Opinion

Jackley has baggage of his own this time

The rematch shaping up between state Rep. Brock Jackley and challenger Lois McMahan in the 26th District figures to be a good deal more entertaining to watch this time around than when Jackley first earned the seat two years ago.

McMahan, the Olalla Republican who from 1996 to 1998 held the 26th District House seat currently occupied by Pat Lantz, last week formally announced her intention to challenge Jackley. McMahan easily won the GOP nomination in 2000 and faced off against against Jackley, a Democrat and relative newcomer to politics from Manchester.

In that race, McMahan enjoyed strong support from her Republican base in South Kitsap while Jackley obviously fared better in Gig Harbor, which trends somewhat Democratic. The difference seemed to be moderate swing voters, who preferred Jackley’s low-key approach to McMahan’s outspoken conservatism.

This time around, however, Jackley won’t have the luxury of running on McMahan’s negatives. After two years on the job, Jackley now has a track record of his own to defend, not the least of which is his vocal support for the recent Tacoma Narrows Bridge legislation.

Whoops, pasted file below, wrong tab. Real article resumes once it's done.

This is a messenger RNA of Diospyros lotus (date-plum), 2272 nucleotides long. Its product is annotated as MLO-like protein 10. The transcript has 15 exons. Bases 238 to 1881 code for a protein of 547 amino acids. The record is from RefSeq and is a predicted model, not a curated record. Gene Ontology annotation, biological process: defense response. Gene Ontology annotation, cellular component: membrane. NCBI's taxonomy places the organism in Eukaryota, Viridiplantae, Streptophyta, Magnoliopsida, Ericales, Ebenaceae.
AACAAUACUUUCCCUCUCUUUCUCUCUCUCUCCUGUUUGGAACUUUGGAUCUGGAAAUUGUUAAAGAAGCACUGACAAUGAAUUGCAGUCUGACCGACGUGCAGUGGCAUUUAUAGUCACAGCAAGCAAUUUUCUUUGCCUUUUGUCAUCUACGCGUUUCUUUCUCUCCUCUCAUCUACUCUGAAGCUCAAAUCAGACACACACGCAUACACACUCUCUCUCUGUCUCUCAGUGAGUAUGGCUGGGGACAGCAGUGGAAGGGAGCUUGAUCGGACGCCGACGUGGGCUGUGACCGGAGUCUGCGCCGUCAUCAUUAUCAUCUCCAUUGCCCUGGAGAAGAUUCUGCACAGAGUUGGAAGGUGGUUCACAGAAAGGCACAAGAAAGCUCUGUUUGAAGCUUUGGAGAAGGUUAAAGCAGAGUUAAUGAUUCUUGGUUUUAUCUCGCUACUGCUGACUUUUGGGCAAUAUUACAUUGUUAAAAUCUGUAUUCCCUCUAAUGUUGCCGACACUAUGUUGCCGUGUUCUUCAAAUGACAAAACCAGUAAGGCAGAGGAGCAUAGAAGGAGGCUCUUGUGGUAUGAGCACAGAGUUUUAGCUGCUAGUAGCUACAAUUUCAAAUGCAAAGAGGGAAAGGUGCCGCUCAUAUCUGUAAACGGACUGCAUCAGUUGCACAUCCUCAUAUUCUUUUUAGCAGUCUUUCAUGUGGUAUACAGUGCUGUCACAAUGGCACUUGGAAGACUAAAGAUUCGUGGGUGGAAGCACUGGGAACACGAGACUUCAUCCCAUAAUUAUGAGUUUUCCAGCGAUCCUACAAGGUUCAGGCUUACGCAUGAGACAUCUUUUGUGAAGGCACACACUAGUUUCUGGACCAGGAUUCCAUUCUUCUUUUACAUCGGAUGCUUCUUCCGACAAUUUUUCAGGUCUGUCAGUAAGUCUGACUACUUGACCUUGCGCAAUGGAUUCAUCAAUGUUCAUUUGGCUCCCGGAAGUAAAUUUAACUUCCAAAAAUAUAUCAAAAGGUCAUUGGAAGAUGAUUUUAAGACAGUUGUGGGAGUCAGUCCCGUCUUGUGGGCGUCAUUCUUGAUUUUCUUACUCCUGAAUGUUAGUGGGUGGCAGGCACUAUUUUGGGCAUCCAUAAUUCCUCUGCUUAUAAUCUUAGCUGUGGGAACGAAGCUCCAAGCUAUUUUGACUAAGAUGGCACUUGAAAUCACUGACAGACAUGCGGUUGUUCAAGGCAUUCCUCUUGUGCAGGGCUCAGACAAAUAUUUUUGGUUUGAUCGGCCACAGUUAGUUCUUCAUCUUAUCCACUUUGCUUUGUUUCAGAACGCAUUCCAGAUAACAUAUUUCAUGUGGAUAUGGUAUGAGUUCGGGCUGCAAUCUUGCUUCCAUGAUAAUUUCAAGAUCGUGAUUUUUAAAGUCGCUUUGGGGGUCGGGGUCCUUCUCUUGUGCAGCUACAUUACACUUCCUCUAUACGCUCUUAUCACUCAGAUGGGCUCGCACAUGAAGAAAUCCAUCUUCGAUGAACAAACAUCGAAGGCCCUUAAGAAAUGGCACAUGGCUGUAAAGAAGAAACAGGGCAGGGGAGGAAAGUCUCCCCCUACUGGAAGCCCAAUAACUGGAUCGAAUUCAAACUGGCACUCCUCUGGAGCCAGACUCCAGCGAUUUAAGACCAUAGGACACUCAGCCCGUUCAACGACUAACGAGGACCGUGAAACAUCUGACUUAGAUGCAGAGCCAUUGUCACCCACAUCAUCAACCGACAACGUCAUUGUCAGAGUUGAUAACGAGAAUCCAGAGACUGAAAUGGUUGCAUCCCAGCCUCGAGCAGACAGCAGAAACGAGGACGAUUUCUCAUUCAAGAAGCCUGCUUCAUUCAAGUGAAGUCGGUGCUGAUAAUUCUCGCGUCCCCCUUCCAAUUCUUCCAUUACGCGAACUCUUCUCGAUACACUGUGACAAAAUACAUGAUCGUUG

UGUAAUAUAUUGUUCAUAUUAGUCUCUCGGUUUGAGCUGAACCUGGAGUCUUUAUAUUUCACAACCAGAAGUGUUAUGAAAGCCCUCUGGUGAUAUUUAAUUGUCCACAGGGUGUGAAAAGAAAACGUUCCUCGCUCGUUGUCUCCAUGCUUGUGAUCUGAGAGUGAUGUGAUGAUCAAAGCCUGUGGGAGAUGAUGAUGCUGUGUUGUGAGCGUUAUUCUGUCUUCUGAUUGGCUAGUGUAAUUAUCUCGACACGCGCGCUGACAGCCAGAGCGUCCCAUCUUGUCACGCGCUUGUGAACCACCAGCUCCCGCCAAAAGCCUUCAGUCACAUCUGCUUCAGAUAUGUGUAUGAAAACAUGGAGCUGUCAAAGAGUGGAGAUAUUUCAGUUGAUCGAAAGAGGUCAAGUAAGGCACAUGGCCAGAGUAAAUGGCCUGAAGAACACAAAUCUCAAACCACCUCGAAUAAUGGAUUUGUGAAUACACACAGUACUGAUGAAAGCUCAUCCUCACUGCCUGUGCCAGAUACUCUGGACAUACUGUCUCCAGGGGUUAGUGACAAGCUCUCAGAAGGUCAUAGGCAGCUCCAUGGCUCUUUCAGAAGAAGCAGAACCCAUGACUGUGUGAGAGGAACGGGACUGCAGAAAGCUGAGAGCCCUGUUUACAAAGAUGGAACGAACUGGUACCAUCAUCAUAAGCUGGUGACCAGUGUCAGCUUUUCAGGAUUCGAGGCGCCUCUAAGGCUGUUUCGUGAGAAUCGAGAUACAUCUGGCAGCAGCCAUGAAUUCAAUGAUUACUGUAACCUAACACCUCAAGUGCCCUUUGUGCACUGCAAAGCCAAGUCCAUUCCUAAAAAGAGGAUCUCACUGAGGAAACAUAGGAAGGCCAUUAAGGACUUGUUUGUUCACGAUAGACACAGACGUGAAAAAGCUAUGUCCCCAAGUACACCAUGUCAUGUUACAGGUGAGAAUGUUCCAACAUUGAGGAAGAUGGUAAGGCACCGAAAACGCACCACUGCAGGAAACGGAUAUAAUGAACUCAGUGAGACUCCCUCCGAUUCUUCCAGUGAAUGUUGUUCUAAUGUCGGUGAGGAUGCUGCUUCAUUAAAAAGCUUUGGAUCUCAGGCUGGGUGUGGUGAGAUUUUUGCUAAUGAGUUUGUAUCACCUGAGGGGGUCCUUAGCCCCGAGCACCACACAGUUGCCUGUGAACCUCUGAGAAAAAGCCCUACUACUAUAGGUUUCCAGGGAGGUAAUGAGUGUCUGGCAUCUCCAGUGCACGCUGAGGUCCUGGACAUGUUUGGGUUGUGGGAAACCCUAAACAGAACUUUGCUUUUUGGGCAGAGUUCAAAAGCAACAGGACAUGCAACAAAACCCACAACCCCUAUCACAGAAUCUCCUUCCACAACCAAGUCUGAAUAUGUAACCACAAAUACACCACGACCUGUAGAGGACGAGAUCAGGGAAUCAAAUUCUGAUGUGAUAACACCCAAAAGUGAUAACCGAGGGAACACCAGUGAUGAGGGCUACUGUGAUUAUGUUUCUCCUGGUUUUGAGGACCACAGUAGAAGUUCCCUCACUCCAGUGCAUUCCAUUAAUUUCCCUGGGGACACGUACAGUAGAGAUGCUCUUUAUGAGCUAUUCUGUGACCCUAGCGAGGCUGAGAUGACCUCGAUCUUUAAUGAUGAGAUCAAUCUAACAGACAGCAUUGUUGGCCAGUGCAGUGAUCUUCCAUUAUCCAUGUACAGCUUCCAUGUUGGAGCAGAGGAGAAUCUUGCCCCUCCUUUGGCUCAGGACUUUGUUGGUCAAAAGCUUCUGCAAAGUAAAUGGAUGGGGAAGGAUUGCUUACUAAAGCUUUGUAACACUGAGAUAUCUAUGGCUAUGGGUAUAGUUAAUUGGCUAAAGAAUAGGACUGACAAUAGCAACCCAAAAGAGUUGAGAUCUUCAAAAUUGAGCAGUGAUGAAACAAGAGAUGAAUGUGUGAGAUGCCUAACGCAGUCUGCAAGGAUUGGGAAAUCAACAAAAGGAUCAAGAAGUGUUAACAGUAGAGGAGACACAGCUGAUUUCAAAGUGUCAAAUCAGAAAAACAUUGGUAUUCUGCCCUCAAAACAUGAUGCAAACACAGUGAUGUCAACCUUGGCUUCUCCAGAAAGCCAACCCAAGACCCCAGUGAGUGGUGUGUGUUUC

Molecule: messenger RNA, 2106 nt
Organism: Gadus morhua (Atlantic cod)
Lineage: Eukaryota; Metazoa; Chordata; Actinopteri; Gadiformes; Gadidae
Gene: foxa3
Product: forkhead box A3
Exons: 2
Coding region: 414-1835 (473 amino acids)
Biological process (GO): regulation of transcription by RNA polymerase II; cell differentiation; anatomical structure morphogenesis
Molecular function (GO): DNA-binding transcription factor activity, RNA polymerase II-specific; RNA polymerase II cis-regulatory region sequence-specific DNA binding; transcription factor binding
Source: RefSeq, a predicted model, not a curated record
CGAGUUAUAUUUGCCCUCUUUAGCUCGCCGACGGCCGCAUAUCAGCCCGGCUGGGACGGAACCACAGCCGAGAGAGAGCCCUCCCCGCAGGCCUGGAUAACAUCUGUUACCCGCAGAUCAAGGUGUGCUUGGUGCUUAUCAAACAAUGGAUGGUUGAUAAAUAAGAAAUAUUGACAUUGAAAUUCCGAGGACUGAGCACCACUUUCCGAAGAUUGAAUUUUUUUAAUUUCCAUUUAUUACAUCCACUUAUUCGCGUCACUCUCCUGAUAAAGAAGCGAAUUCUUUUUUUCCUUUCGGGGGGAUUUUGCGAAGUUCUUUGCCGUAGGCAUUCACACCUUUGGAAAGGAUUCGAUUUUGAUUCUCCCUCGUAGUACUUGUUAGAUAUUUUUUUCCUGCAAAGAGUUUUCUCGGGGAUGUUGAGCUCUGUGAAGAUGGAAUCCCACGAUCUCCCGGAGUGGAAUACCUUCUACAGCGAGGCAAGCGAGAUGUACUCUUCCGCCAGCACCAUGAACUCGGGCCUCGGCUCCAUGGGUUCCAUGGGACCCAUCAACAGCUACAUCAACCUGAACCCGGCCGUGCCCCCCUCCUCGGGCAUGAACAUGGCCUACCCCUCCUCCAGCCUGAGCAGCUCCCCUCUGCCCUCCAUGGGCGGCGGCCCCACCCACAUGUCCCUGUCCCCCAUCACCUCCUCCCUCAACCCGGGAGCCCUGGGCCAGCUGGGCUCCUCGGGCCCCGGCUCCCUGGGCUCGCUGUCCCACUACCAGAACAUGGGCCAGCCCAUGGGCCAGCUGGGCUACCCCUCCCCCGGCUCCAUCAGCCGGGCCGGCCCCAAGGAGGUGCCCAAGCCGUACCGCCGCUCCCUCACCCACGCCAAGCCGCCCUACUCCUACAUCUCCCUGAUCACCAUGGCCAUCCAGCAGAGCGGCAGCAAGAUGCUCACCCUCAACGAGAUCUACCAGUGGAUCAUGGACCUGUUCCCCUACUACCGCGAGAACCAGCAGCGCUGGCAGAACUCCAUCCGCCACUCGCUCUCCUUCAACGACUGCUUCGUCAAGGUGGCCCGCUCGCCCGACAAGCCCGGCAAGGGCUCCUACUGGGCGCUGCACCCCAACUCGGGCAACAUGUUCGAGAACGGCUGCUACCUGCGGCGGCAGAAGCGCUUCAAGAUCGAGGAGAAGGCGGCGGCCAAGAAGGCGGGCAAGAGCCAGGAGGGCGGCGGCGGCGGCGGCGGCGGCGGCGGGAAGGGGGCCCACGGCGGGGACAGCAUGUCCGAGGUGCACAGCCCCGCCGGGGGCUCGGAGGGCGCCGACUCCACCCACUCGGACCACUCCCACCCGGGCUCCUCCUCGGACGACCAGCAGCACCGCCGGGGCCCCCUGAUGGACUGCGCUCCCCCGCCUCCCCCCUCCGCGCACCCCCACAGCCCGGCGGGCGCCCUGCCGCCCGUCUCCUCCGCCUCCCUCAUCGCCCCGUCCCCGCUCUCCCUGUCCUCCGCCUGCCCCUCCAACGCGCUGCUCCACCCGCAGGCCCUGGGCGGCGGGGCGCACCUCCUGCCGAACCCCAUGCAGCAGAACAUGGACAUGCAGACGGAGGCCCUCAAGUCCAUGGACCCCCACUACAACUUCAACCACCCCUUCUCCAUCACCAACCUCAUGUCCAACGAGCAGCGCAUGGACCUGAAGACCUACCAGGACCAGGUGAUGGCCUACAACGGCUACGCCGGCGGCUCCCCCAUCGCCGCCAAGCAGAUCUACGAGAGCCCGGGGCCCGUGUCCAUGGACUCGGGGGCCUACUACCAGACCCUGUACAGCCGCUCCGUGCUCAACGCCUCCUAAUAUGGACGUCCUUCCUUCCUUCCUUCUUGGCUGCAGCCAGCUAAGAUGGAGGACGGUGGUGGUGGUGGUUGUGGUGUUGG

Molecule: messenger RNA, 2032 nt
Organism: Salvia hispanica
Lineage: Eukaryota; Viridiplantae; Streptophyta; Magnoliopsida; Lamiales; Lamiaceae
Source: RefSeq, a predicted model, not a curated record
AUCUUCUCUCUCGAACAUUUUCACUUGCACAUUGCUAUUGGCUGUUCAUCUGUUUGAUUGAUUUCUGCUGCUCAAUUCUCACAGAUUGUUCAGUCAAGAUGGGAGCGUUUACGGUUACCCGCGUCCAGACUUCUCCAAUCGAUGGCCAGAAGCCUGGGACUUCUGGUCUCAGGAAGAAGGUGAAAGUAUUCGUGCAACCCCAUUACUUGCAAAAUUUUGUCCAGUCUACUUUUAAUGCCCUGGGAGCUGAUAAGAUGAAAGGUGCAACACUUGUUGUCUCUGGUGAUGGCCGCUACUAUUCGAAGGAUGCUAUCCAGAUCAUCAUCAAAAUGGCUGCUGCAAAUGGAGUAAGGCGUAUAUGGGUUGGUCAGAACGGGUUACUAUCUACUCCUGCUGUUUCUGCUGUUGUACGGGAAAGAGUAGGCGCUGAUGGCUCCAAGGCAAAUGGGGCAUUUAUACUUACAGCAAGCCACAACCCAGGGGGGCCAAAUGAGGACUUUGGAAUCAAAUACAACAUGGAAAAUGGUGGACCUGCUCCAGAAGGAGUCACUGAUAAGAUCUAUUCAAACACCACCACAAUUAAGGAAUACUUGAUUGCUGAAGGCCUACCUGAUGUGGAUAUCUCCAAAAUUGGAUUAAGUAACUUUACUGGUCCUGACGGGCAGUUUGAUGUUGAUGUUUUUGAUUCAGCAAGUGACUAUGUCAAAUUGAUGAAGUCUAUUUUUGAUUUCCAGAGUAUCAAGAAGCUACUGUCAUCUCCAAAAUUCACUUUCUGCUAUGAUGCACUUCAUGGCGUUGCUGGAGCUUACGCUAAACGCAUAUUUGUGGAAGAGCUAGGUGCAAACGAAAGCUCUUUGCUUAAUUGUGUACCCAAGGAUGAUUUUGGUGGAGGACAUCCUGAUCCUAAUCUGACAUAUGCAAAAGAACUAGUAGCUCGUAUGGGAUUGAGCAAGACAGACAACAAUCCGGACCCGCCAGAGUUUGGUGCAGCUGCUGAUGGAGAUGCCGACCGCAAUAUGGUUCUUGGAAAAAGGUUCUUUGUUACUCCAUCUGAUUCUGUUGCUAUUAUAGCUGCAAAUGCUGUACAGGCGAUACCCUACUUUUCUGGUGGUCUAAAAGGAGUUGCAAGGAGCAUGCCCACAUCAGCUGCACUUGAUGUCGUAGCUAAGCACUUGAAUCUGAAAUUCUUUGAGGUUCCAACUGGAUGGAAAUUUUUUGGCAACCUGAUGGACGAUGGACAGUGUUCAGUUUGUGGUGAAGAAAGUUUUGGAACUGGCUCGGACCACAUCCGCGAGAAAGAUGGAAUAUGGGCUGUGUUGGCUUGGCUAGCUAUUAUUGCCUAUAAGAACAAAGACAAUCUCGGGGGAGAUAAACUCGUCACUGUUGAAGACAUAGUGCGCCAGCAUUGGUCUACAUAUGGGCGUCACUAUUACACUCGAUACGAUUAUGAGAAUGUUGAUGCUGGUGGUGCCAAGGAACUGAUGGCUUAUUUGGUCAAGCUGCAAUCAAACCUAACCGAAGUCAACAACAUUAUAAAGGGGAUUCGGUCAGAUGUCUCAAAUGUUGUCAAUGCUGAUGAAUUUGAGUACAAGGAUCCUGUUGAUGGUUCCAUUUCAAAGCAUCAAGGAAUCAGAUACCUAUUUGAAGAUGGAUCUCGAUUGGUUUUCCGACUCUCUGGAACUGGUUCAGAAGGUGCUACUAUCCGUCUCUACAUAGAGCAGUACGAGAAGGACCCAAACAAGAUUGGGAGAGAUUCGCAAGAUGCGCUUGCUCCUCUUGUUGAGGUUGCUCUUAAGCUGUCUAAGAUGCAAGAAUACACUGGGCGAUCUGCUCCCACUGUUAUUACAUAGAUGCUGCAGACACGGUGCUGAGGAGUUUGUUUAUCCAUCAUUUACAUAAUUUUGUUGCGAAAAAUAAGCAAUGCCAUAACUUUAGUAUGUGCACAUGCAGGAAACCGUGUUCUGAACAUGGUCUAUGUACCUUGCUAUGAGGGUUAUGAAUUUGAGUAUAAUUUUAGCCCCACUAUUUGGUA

In the only opportunity residents of the 26th District were ever given to express their opinion about the controversial project, more than 80 percent of them rejected the plan during a 1998 advisory election. And it’s hard to imagine their views have moderated much in the meantime, as the price of the project has ballooned from $350 million to more than $800 million and construction has been delayed for a year and a half because the state Supreme Court ruled the original proposal violated several state laws.

Nonetheless, Jackley joined forces with Lantz and 26th District Republican Sen. Bob Oke in the most recent session to push through a bill that would put the project back on track by eliminating the laws that were broken.

Jackley, like Lantz, argued a bridge was necessary and inevitable and devoted his efforts during his first term to negotiating what he believed was the best possible answer rather than trying to oppose the project altogether. In doing so, Jackley is clearly gambling he knows more about his constituents’ wishes than a casual observer might guess based solely on the results of the 1998 bridge election.

He’d better hope so. Without question the state’s transportation problems in general and the bridge legislation in particular will be the defining issues of the campaign for Jackley, Lantz and Oke. If Jackley has miscalculated the feelings of his constituents, McMahan won’t be the only candidate carrying around a lot of baggage this time around.

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